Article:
Bob is made a very obvious sacrificial lamb, being Alice's best friend/boyfriend, getting lots of screen time, etc. Only Charlie, who is white and has stayed in the background, is killed first instead.
...except Charlie is actually Not Quite Dead, and while gazing in horror at his "corpse" Bob is really killed first, possibly by Charlie, who was faking his death to lure Bob into a trap.
Later on, Bob dies for real. He's the first casualty in the story, in fact.
Bob is incredibly unlucky, comically falling victim to Everything Trying to Kill You. Maybe drawn out and subverted several times over for maximum comic effect, but ultimately something does get Bob. Or, Bob is a black They Killed Kenny Again character, with much lampshading.
An arrow about to hit a Mighty Whitey changes its course at the last second to hit Bob.
Same as double subverted, but Bob knew Charlie was trying to kill him and either fakes his own death or else avoids Charlie's attack, thus allowing Bob to kill or apprehend him as so desired.
The cast is mixed race, so the deaths of various ethnicities are spread out.
Bob either survives, or dies at some other point in the story without his ethnicity having any significance or relevance to this
OR: Bob lives long enough to be the only living hero or, at least, dies last.
The entire cast is black, or there are no black cast members in the first place
In order to woo young black viewers, the studio insists that Bob, as a black superstar, be cast. But Bob is very busy and can only be on set for a couple of hours. The script is hastily rewritten to ensure Bob dies first, thereby allowing his name to be plastered all over the production without risking Bob's other commitments.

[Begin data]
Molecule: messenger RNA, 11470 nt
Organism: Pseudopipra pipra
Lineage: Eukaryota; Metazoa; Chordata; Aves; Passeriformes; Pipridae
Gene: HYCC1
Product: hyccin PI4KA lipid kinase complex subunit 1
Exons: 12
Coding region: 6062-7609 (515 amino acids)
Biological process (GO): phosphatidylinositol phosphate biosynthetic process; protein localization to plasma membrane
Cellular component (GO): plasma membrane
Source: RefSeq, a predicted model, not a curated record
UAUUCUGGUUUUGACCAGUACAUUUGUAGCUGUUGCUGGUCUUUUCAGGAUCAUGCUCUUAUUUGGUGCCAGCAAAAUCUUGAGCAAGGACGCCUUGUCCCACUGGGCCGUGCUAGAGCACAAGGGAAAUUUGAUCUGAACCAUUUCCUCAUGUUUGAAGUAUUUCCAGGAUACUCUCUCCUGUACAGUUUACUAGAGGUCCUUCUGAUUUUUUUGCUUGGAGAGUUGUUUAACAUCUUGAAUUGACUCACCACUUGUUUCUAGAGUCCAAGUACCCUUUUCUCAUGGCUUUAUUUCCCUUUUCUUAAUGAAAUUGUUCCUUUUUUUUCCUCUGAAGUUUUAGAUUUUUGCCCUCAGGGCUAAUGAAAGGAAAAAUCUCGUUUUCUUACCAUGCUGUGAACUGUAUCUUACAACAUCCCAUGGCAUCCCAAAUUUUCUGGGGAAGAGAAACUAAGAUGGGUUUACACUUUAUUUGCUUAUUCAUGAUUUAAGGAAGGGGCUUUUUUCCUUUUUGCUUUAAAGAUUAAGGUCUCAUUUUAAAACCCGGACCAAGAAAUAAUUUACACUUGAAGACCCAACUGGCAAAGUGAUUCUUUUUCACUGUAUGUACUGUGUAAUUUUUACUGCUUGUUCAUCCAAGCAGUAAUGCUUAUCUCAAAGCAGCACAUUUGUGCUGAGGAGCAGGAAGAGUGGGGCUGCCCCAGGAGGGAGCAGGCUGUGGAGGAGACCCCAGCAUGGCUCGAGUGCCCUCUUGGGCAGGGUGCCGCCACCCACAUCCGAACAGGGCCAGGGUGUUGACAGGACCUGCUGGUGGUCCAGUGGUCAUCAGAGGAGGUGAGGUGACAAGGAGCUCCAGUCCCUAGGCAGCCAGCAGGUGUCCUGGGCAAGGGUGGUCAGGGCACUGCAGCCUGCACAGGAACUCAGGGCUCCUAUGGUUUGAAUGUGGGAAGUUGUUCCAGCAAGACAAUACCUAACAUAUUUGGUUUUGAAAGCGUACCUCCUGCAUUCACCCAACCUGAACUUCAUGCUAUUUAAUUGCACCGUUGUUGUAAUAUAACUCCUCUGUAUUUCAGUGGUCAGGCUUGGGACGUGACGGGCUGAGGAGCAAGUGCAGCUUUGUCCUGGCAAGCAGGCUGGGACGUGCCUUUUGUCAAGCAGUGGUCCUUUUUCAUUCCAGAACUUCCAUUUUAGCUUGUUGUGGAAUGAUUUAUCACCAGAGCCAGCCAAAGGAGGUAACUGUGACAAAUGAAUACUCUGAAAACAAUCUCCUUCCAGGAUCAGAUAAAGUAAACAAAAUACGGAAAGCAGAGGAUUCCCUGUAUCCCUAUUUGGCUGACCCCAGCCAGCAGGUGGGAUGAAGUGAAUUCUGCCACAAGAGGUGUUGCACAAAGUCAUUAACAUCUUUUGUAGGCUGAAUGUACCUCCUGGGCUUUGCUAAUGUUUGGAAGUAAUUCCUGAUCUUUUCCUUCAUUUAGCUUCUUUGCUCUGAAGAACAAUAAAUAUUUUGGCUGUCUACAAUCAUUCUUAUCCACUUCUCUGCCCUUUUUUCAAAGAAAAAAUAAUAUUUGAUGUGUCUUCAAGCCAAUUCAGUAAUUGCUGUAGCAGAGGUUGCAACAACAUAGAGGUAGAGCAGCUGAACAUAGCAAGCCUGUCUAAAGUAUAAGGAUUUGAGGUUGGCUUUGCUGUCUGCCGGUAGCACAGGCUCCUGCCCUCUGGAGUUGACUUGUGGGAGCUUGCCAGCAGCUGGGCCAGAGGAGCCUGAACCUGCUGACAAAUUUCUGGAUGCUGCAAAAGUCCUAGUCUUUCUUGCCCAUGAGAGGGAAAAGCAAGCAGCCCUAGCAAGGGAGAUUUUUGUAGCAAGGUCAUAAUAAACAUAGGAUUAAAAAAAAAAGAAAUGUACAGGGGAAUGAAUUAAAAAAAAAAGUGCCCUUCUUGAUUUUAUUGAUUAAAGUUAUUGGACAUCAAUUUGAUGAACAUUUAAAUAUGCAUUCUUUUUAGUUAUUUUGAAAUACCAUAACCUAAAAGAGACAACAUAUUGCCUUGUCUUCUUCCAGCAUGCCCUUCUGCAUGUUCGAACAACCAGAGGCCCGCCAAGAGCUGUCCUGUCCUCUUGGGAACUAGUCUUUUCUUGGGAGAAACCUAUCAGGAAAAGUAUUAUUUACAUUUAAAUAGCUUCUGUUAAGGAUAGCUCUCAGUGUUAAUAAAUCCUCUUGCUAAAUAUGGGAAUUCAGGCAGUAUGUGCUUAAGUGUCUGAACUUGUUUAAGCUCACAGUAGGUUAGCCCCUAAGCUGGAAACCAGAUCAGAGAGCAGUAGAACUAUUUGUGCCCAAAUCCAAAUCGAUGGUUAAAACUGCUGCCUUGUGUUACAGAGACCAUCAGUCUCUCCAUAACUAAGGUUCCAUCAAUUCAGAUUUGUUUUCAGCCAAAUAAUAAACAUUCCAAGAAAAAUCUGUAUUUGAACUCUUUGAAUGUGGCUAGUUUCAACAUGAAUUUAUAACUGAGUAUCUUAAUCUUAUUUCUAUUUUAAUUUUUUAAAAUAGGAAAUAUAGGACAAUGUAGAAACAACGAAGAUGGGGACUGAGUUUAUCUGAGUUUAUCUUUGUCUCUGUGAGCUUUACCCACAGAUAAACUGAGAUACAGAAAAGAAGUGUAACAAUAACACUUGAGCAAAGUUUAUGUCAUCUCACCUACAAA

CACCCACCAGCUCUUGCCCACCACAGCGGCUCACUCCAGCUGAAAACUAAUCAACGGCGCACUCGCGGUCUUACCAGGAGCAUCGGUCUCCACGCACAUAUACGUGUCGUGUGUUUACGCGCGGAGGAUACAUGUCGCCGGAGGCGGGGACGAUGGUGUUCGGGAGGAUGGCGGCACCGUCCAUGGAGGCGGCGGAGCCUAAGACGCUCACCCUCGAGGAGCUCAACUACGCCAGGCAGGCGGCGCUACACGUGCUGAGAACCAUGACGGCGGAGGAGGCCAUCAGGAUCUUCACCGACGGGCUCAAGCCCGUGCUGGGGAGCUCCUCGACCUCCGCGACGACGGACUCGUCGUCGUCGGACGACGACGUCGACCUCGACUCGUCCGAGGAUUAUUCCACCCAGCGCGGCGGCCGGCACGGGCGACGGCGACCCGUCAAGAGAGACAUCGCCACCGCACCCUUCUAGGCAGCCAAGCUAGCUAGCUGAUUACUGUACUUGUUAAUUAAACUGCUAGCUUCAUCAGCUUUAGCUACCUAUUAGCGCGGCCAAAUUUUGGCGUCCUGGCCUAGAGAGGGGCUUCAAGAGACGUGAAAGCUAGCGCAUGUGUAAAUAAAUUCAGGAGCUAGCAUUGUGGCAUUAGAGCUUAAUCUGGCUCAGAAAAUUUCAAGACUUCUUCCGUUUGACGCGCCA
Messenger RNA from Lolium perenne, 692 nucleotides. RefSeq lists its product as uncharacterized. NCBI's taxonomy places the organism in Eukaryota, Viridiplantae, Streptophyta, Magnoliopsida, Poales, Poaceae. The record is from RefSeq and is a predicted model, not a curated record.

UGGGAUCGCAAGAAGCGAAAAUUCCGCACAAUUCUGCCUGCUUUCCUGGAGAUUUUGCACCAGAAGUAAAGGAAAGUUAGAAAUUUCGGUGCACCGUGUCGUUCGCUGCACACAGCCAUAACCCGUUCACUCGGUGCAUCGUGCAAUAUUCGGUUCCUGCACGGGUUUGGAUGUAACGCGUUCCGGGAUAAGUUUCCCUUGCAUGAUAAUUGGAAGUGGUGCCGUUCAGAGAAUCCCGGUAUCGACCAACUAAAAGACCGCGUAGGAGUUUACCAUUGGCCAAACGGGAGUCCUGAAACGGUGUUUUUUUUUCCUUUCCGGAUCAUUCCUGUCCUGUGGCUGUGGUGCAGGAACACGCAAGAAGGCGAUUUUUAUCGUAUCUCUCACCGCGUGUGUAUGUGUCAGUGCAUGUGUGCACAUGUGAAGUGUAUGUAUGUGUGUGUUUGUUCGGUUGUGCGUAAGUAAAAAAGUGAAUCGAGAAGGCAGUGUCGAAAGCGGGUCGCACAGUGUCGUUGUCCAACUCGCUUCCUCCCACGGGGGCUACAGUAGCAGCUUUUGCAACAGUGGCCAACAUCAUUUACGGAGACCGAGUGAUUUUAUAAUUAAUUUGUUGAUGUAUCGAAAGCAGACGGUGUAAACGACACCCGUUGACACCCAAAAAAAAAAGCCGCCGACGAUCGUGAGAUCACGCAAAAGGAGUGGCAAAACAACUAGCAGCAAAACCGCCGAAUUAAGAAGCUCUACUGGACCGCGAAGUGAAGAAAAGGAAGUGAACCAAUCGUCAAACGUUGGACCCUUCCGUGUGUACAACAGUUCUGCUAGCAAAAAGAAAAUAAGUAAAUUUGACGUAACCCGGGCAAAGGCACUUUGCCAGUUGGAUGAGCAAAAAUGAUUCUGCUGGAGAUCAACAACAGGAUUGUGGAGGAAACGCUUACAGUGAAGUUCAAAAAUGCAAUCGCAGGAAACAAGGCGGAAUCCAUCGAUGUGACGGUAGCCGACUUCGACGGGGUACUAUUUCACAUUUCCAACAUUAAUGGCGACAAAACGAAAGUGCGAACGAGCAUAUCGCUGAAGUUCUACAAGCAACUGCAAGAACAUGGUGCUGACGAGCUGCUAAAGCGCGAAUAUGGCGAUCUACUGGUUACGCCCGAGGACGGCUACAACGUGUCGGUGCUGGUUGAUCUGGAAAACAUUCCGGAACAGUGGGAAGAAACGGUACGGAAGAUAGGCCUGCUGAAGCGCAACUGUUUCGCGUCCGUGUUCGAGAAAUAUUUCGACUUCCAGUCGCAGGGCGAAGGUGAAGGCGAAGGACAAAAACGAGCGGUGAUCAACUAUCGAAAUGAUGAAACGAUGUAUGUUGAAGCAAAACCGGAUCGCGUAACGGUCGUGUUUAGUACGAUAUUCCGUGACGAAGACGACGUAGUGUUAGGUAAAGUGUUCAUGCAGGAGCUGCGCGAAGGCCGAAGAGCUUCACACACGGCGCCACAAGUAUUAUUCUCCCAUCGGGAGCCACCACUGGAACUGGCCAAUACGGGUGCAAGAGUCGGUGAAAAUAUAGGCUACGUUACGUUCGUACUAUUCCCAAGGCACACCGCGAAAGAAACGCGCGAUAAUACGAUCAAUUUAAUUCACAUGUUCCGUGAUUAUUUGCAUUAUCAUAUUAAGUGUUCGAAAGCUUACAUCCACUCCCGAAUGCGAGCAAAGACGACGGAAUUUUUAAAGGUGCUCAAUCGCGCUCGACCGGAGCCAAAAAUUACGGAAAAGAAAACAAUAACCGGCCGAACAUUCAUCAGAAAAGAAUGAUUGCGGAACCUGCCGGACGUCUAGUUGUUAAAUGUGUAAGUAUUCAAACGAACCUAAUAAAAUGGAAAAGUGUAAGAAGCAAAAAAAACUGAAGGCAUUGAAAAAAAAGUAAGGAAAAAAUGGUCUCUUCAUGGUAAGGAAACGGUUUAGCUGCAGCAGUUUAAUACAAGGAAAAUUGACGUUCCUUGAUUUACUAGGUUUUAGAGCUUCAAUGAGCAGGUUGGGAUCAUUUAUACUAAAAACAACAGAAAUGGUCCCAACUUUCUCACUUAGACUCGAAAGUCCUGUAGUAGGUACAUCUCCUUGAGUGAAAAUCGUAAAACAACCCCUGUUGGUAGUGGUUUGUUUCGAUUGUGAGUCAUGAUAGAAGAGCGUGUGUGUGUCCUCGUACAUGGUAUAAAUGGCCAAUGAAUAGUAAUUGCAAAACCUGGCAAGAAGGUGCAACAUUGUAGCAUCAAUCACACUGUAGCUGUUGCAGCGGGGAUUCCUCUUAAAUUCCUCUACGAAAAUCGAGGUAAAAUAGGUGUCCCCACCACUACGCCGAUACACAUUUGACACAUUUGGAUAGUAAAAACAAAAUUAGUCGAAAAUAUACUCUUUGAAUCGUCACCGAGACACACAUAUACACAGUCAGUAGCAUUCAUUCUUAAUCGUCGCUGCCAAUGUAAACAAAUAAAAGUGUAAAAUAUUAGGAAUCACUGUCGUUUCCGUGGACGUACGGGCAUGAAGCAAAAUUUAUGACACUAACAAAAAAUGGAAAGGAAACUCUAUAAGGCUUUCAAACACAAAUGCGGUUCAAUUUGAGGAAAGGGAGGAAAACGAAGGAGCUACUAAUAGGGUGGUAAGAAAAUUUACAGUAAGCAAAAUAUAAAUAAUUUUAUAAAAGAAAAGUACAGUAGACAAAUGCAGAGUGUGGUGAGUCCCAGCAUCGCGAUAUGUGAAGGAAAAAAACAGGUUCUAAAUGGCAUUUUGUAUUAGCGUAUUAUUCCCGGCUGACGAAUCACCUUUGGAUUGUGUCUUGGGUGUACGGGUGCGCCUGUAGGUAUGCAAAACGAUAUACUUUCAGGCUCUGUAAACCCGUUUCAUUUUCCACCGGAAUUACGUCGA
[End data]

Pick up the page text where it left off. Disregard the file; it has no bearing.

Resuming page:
The director is a racist. So are his fans. Killing off black people is expected of him, it's one of his trademarks. Of course, the actor who plays Bob didn't know this.......
The characters weren't originally meant to be a specific race or ethnicity. But the casting agency decided this black guy would be perfect for the role of Bob who is the first to die.
"Hey, Bob, how come Alice died when you were standing right next to her?"
"Okay guys, we're a bunch of teens and a serial killer is on the loose. We all know that serial killers go for the black dude first (you can beat the crap out of me later, Bob) or for defenseless young girls (same for you, Alice). Therefore, all us white males should do whatever we can to protect the black guy and the girl while we all get the hell out of here. As long as Alice and Bob are alive, then the rest of us are pretty much invincible (hopefully)."
Discussed: "Don't you hate it how the black guy always dies first in this sort of situation?".
Conversed: "I like horror films, but it's a bit jarring how the black guy always dies first".
Deconstructed: Bob spends all of his time cowering in fear due to the existance of this trope.
Reconstructed: Bob receives constant death threats from racist groups, perhaps due to his being outspoken about an issue which negatively impacts upon them. Therefore, he spends all his time cowering in fear from the potential invokation of the trope. Ultimately, near the start of the story, the threats are acted upon.
Intended Audience Reaction: The writers made Bob the first guy to die in the story to set the audience up for a Plot Twist: When Bob died, he went to hell. But since he was a Badass, he managed to fight his way out. However, he only actually comes back to life near the end, when the rest of the gang face the murderer. More than half of the fandom is shocked, and the twist is so well-known that it becomes an It Was His Sled situation (forgetting the rest of the film, by the way).
Played For Drama: The highly racist Caucasian cast conspire to ensure that Bob is always in the most danger, thus making it inevitable that he'll die first. Alice is appalled by this, and a major theme of the rest of the story is the conflict between those like her who tried and failed to protect Bob, and those who ensured he was the first victim. The drama is even greater if this scenario, takes place before the Emancipation, thus bringing overtones of Fair for Its Day into the mix.